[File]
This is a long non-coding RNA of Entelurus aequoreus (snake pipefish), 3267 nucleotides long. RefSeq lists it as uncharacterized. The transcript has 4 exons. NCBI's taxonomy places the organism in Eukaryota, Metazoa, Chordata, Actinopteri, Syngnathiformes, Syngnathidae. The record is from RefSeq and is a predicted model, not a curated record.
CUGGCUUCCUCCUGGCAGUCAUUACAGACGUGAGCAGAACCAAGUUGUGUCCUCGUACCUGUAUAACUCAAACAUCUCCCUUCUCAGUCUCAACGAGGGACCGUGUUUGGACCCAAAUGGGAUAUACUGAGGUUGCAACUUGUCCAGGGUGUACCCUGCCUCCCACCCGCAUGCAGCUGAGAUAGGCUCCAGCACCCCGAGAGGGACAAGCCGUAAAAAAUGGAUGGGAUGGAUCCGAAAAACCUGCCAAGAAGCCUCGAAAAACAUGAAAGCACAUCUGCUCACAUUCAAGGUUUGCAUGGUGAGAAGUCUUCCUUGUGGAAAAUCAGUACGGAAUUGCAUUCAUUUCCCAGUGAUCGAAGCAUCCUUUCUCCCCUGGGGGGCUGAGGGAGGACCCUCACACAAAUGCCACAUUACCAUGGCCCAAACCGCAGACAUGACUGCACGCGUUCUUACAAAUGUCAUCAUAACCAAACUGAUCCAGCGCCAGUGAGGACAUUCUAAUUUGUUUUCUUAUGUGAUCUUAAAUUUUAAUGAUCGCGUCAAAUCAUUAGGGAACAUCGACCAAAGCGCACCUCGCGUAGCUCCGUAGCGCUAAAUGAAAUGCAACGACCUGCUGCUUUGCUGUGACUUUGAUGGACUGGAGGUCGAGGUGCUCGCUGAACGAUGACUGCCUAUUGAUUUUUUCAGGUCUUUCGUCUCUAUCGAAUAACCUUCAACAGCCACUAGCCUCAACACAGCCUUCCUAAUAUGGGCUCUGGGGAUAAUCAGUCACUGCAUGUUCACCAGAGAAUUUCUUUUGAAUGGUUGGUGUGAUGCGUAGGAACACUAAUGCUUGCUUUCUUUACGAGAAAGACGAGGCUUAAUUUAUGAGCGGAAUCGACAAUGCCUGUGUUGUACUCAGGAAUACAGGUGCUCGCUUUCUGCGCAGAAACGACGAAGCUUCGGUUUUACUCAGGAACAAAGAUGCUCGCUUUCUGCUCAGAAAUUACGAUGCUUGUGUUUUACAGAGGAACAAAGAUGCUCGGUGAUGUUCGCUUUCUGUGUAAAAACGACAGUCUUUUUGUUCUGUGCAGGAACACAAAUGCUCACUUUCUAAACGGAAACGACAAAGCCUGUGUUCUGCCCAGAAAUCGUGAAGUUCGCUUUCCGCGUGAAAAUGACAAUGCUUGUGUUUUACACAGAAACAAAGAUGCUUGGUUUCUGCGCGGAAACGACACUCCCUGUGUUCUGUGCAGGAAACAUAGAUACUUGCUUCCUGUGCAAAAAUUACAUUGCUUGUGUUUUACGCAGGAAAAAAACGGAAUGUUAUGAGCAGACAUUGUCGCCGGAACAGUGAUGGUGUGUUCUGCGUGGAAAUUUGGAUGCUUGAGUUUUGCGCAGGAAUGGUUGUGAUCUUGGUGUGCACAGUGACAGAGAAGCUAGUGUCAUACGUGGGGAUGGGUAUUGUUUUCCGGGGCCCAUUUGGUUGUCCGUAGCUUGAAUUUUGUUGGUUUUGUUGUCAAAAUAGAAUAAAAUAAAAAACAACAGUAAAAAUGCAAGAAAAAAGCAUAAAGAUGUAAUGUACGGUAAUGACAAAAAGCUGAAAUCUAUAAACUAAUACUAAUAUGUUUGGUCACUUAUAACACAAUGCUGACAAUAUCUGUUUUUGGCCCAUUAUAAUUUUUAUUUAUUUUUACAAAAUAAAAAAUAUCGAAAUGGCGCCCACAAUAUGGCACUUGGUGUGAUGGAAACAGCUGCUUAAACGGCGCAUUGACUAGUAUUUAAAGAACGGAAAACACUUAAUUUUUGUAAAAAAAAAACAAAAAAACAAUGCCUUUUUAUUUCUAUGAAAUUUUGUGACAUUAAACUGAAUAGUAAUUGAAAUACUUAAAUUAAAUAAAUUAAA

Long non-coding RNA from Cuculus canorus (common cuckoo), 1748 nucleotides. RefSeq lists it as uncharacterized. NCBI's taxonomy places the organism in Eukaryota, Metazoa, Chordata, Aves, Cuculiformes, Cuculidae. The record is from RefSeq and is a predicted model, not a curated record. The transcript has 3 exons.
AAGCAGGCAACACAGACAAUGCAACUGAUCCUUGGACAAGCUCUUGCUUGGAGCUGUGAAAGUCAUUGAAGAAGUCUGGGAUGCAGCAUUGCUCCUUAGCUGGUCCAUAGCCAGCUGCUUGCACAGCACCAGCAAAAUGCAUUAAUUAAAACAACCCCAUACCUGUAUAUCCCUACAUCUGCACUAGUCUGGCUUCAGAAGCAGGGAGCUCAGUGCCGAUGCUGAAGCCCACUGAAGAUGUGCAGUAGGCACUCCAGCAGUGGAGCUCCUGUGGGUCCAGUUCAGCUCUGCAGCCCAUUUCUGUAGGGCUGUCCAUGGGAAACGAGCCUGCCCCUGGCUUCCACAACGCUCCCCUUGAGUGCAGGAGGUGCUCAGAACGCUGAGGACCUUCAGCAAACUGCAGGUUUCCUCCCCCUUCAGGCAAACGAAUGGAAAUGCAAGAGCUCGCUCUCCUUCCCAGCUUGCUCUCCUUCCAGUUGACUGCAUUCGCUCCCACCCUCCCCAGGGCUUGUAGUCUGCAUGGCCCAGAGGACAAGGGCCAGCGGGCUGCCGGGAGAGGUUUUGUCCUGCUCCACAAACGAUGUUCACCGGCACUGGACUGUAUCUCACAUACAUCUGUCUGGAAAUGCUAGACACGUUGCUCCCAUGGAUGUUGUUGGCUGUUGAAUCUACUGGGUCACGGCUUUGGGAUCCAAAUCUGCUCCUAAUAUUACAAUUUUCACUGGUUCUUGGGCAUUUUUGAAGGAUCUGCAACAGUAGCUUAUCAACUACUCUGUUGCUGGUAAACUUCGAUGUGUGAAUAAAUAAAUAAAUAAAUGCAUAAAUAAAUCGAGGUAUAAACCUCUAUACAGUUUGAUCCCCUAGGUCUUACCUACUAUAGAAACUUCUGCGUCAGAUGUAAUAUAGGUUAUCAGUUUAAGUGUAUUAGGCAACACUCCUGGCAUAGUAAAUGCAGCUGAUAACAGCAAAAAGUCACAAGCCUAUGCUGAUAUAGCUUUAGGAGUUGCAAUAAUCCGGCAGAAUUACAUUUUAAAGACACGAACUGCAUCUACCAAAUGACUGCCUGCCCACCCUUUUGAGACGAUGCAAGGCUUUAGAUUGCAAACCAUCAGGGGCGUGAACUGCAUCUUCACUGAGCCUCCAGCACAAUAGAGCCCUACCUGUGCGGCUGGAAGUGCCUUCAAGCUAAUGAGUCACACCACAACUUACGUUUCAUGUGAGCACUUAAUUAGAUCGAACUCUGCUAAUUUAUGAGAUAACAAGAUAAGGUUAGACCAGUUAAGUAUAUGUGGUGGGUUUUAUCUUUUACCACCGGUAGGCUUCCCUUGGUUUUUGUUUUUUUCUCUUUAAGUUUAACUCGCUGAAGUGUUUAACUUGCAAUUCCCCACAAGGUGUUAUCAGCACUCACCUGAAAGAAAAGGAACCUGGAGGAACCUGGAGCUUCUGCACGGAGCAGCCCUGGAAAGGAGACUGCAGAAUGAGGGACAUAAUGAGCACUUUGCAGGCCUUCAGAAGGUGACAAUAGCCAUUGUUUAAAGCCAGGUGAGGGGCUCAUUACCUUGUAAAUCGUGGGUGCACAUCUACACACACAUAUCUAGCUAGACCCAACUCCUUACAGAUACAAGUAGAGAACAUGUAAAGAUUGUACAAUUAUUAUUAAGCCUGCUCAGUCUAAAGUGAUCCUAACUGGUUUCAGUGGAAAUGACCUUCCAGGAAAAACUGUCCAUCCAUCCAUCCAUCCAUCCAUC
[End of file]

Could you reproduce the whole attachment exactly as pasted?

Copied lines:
This is a long non-coding RNA of Entelurus aequoreus (snake pipefish), 3267 nucleotides long. RefSeq lists it as uncharacterized. The transcript has 4 exons. NCBI's taxonomy places the organism in Eukaryota, Metazoa, Chordata, Actinopteri, Syngnathiformes, Syngnathidae. The record is from RefSeq and is a predicted model, not a curated record.
CUGGCUUCCUCCUGGCAGUCAUUACAGACGUGAGCAGAACCAAGUUGUGUCCUCGUACCUGUAUAACUCAAACAUCUCCCUUCUCAGUCUCAACGAGGGACCGUGUUUGGACCCAAAUGGGAUAUACUGAGGUUGCAACUUGUCCAGGGUGUACCCUGCCUCCCACCCGCAUGCAGCUGAGAUAGGCUCCAGCACCCCGAGAGGGACAAGCCGUAAAAAAUGGAUGGGAUGGAUCCGAAAAACCUGCCAAGAAGCCUCGAAAAACAUGAAAGCACAUCUGCUCACAUUCAAGGUUUGCAUGGUGAGAAGUCUUCCUUGUGGAAAAUCAGUACGGAAUUGCAUUCAUUUCCCAGUGAUCGAAGCAUCCUUUCUCCCCUGGGGGGCUGAGGGAGGACCCUCACACAAAUGCCACAUUACCAUGGCCCAAACCGCAGACAUGACUGCACGCGUUCUUACAAAUGUCAUCAUAACCAAACUGAUCCAGCGCCAGUGAGGACAUUCUAAUUUGUUUUCUUAUGUGAUCUUAAAUUUUAAUGAUCGCGUCAAAUCAUUAGGGAACAUCGACCAAAGCGCACCUCGCGUAGCUCCGUAGCGCUAAAUGAAAUGCAACGACCUGCUGCUUUGCUGUGACUUUGAUGGACUGGAGGUCGAGGUGCUCGCUGAACGAUGACUGCCUAUUGAUUUUUUCAGGUCUUUCGUCUCUAUCGAAUAACCUUCAACAGCCACUAGCCUCAACACAGCCUUCCUAAUAUGGGCUCUGGGGAUAAUCAGUCACUGCAUGUUCACCAGAGAAUUUCUUUUGAAUGGUUGGUGUGAUGCGUAGGAACACUAAUGCUUGCUUUCUUUACGAGAAAGACGAGGCUUAAUUUAUGAGCGGAAUCGACAAUGCCUGUGUUGUACUCAGGAAUACAGGUGCUCGCUUUCUGCGCAGAAACGACGAAGCUUCGGUUUUACUCAGGAACAAAGAUGCUCGCUUUCUGCUCAGAAAUUACGAUGCUUGUGUUUUACAGAGGAACAAAGAUGCUCGGUGAUGUUCGCUUUCUGUGUAAAAACGACAGUCUUUUUGUUCUGUGCAGGAACACAAAUGCUCACUUUCUAAACGGAAACGACAAAGCCUGUGUUCUGCCCAGAAAUCGUGAAGUUCGCUUUCCGCGUGAAAAUGACAAUGCUUGUGUUUUACACAGAAACAAAGAUGCUUGGUUUCUGCGCGGAAACGACACUCCCUGUGUUCUGUGCAGGAAACAUAGAUACUUGCUUCCUGUGCAAAAAUUACAUUGCUUGUGUUUUACGCAGGAAAAAAACGGAAUGUUAUGAGCAGACAUUGUCGCCGGAACAGUGAUGGUGUGUUCUGCGUGGAAAUUUGGAUGCUUGAGUUUUGCGCAGGAAUGGUUGUGAUCUUGGUGUGCACAGUGACAGAGAAGCUAGUGUCAUACGUGGGGAUGGGUAUUGUUUUCCGGGGCCCAUUUGGUUGUCCGUAGCUUGAAUUUUGUUGGUUUUGUUGUCAAAAUAGAAUAAAAUAAAAAACAACAGUAAAAAUGCAAGAAAAAAGCAUAAAGAUGUAAUGUACGGUAAUGACAAAAAGCUGAAAUCUAUAAACUAAUACUAAUAUGUUUGGUCACUUAUAACACAAUGCUGACAAUAUCUGUUUUUGGCCCAUUAUAAUUUUUAUUUAUUUUUACAAAAUAAAAAAUAUCGAAAUGGCGCCCACAAUAUGGCACUUGGUGUGAUGGAAACAGCUGCUUAAACGGCGCAUUGACUAGUAUUUAAAGAACGGAAAACACUUAAUUUUUGUAAAAAAAAAACAAAAAAACAAUGCCUUUUUAUUUCUAUGAAAUUUUGUGACAUUAAACUGAAUAGUAAUUGAAAUACUUAAAUUAAAUAAAUUAAA

Long non-coding RNA from Cuculus canorus (common cuckoo), 1748 nucleotides. RefSeq lists it as uncharacterized. NCBI's taxonomy places the organism in Eukaryota, Metazoa, Chordata, Aves, Cuculiformes, Cuculidae. The record is from RefSeq and is a predicted model, not a curated record. The transcript has 3 exons.
AAGCAGGCAACACAGACAAUGCAACUGAUCCUUGGACAAGCUCUUGCUUGGAGCUGUGAAAGUCAUUGAAGAAGUCUGGGAUGCAGCAUUGCUCCUUAGCUGGUCCAUAGCCAGCUGCUUGCACAGCACCAGCAAAAUGCAUUAAUUAAAACAACCCCAUACCUGUAUAUCCCUACAUCUGCACUAGUCUGGCUUCAGAAGCAGGGAGCUCAGUGCCGAUGCUGAAGCCCACUGAAGAUGUGCAGUAGGCACUCCAGCAGUGGAGCUCCUGUGGGUCCAGUUCAGCUCUGCAGCCCAUUUCUGUAGGGCUGUCCAUGGGAAACGAGCCUGCCCCUGGCUUCCACAACGCUCCCCUUGAGUGCAGGAGGUGCUCAGAACGCUGAGGACCUUCAGCAAACUGCAGGUUUCCUCCCCCUUCAGGCAAACGAAUGGAAAUGCAAGAGCUCGCUCUCCUUCCCAGCUUGCUCUCCUUCCAGUUGACUGCAUUCGCUCCCACCCUCCCCAGGGCUUGUAGUCUGCAUGGCCCAGAGGACAAGGGCCAGCGGGCUGCCGGGAGAGGUUUUGUCCUGCUCCACAAACGAUGUUCACCGGCACUGGACUGUAUCUCACAUACAUCUGUCUGGAAAUGCUAGACACGUUGCUCCCAUGGAUGUUGUUGGCUGUUGAAUCUACUGGGUCACGGCUUUGGGAUCCAAAUCUGCUCCUAAUAUUACAAUUUUCACUGGUUCUUGGGCAUUUUUGAAGGAUCUGCAACAGUAGCUUAUCAACUACUCUGUUGCUGGUAAACUUCGAUGUGUGAAUAAAUAAAUAAAUAAAUGCAUAAAUAAAUCGAGGUAUAAACCUCUAUACAGUUUGAUCCCCUAGGUCUUACCUACUAUAGAAACUUCUGCGUCAGAUGUAAUAUAGGUUAUCAGUUUAAGUGUAUUAGGCAACACUCCUGGCAUAGUAAAUGCAGCUGAUAACAGCAAAAAGUCACAAGCCUAUGCUGAUAUAGCUUUAGGAGUUGCAAUAAUCCGGCAGAAUUACAUUUUAAAGACACGAACUGCAUCUACCAAAUGACUGCCUGCCCACCCUUUUGAGACGAUGCAAGGCUUUAGAUUGCAAACCAUCAGGGGCGUGAACUGCAUCUUCACUGAGCCUCCAGCACAAUAGAGCCCUACCUGUGCGGCUGGAAGUGCCUUCAAGCUAAUGAGUCACACCACAACUUACGUUUCAUGUGAGCACUUAAUUAGAUCGAACUCUGCUAAUUUAUGAGAUAACAAGAUAAGGUUAGACCAGUUAAGUAUAUGUGGUGGGUUUUAUCUUUUACCACCGGUAGGCUUCCCUUGGUUUUUGUUUUUUUCUCUUUAAGUUUAACUCGCUGAAGUGUUUAACUUGCAAUUCCCCACAAGGUGUUAUCAGCACUCACCUGAAAGAAAAGGAACCUGGAGGAACCUGGAGCUUCUGCACGGAGCAGCCCUGGAAAGGAGACUGCAGAAUGAGGGACAUAAUGAGCACUUUGCAGGCCUUCAGAAGGUGACAAUAGCCAUUGUUUAAAGCCAGGUGAGGGGCUCAUUACCUUGUAAAUCGUGGGUGCACAUCUACACACACAUAUCUAGCUAGACCCAACUCCUUACAGAUACAAGUAGAGAACAUGUAAAGAUUGUACAAUUAUUAUUAAGCCUGCUCAGUCUAAAGUGAUCCUAACUGGUUUCAGUGGAAAUGACCUUCCAGGAAAAACUGUCCAUCCAUCCAUCCAUCCAUCCAUC